Breakout EDU: 5 Components of Fitness Superhero Training
Today, in my physical education class, I attempted my first Breakout EDU and it was awesome! Breakout EDU is an immersive learning experience where students have to work together to solve puzzles to open a locked box. You can learn more by checking out the Breakout EDU website here. I first learned about Breakout EDU from a conversation I had with Justin Schleider on Voxer. I remember him telling me that Breakout EDU was something many educators around the country were trying out and I was very intrigued. The idea comes from the escape room game concept, which locks willing participants in a room and gives them a game scenario. Then, they have to work together to escape the room within a predetermined period of time. Here is a fun video of Conan O’Brien participating in an escape room.
When designing my Breakout EDU experience, I wanted to include a relatively well-known concept in PE, so I chose the 5 health–related fitness components. We had just finished up our FitnessGram assessment and I thought it would be a nice time to reinforce some of the concepts my students just learned. Then, I decided on a superhero theme to go along with the components of fitness and also incorporated physical activities that were associated with each clue. Here is the link to the complete PDF: Superhero Training Breakout PE
To plan my students’ experience, I started off with a story. My students love playing with critters so I thought I’d get them involved in the scenario. Dr. Octopus seemed like a suitable villain and cute little critters seemed to be the perfect characters to save. I wanted to include time for some set-up, reflection and clean up at the end, so a 30-minute task seemed about right. I developed clues to figure out the combination of each lock and considered how my students could use their physical and mental skills to help them solve the puzzles. I set up each box and now it was time to test it out.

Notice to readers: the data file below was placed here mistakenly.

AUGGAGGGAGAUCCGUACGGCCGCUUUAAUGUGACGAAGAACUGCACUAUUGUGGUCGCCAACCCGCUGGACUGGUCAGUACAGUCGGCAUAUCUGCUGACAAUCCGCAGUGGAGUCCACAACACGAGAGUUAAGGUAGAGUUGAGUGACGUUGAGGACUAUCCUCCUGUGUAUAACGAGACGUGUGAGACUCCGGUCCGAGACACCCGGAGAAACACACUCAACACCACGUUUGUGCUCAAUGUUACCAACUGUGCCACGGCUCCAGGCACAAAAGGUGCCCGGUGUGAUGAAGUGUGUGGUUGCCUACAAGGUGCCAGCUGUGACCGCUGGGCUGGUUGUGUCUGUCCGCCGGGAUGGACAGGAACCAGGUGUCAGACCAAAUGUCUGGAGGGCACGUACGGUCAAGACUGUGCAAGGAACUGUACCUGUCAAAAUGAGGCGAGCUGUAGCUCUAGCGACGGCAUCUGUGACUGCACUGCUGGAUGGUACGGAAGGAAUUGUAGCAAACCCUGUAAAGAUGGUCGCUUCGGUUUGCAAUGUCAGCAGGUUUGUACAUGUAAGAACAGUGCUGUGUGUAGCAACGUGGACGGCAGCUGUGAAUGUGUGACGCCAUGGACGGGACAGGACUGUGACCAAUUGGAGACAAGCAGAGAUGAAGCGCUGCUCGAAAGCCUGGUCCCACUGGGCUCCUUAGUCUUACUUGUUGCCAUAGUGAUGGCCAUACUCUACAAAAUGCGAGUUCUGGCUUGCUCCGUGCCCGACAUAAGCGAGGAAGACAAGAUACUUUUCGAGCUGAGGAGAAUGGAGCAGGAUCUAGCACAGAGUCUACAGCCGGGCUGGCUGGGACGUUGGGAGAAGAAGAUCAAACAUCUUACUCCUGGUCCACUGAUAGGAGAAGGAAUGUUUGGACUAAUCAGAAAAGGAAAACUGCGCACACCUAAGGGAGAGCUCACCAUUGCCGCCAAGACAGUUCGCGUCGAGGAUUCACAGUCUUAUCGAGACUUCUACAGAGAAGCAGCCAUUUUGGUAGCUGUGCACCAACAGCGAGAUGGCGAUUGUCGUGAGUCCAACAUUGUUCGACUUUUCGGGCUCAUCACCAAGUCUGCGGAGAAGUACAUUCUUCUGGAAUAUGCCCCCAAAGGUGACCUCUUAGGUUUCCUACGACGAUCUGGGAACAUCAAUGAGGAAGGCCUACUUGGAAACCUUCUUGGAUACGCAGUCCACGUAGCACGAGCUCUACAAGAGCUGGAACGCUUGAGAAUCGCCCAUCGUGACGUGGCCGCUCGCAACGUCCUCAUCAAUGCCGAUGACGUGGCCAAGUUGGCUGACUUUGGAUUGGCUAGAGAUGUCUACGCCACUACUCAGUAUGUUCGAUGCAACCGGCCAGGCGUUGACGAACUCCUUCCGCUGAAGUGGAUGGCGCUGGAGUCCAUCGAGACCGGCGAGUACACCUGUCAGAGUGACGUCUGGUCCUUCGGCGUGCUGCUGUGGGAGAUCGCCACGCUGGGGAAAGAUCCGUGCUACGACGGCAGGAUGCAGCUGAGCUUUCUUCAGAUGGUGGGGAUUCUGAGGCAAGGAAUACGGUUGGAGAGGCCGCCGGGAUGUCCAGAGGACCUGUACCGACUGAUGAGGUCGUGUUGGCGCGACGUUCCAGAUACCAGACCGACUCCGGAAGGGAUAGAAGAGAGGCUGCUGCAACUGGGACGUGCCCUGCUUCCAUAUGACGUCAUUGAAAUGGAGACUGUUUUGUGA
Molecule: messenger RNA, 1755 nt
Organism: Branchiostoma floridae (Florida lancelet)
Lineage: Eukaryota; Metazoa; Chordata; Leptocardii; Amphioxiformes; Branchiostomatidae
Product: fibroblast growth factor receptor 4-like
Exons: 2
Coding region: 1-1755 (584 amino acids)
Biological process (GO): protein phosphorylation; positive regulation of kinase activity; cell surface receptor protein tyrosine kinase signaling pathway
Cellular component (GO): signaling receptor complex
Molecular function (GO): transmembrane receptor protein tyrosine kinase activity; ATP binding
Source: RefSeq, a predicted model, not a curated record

The next step was to heterogeneously divide the teams and assign them their proper starting location and area. I have four Breakout EDU kits and my classes average about 24 students, so we had about 6 students to a group. I assigned a record keeper, tablet handler, mediator, and an encourager for each team. I told them that the experience might be a little frustrating, but I would be making my rounds to make sure everyone was on the right track. I told them the point of the game is to figure it out and that learning is not always linear. I asked them to be creative with their thinking and honor outside-of-the-box ideas. I asked them to try, fail and repeat until they found success. I read the scenario and started the timer.
Inevitably, some groups insisted on no help, while others pleaded for clues. I told each group that a consensus would have to be reached before a clue, of which they had two, could be used. The truth, however, was that I was constantly walking around giving unofficial clues. I wanted them to be challenged, but also successful. So, I watched and listened as each group read their first clue.
Each definition associated with each clue came from videos published by the Cooper Institute. A playlist of the videos can be found here. Each definition also has an activity that goes along with it.
After the activity, my students had a chance to reflect on the experience using some reflection cards that are included in the Breakout EDU kit. They had conversations about what worked, what they could improve upon, and how their group worked together to solve each problem. Here is a video of my kids in action: https://youtu.be/hzIvvOvOX5A
As we were lining up for our transition back inside, several of my students went out of their way to tell me how much they enjoyed the activity. Fortunately for us physical educators, Mark Foellmer has created this site with other breakout ideas for PE: www.cbhpe.org/breakout-edu. Also, be sure to checkout the latest episode of the Global PhysEd Voxcast on PhysEd Breakout EDU.
The process was frustrating, messy, and full of setbacks. That being said, my students and I loved it. This, in many ways, is what learning should be.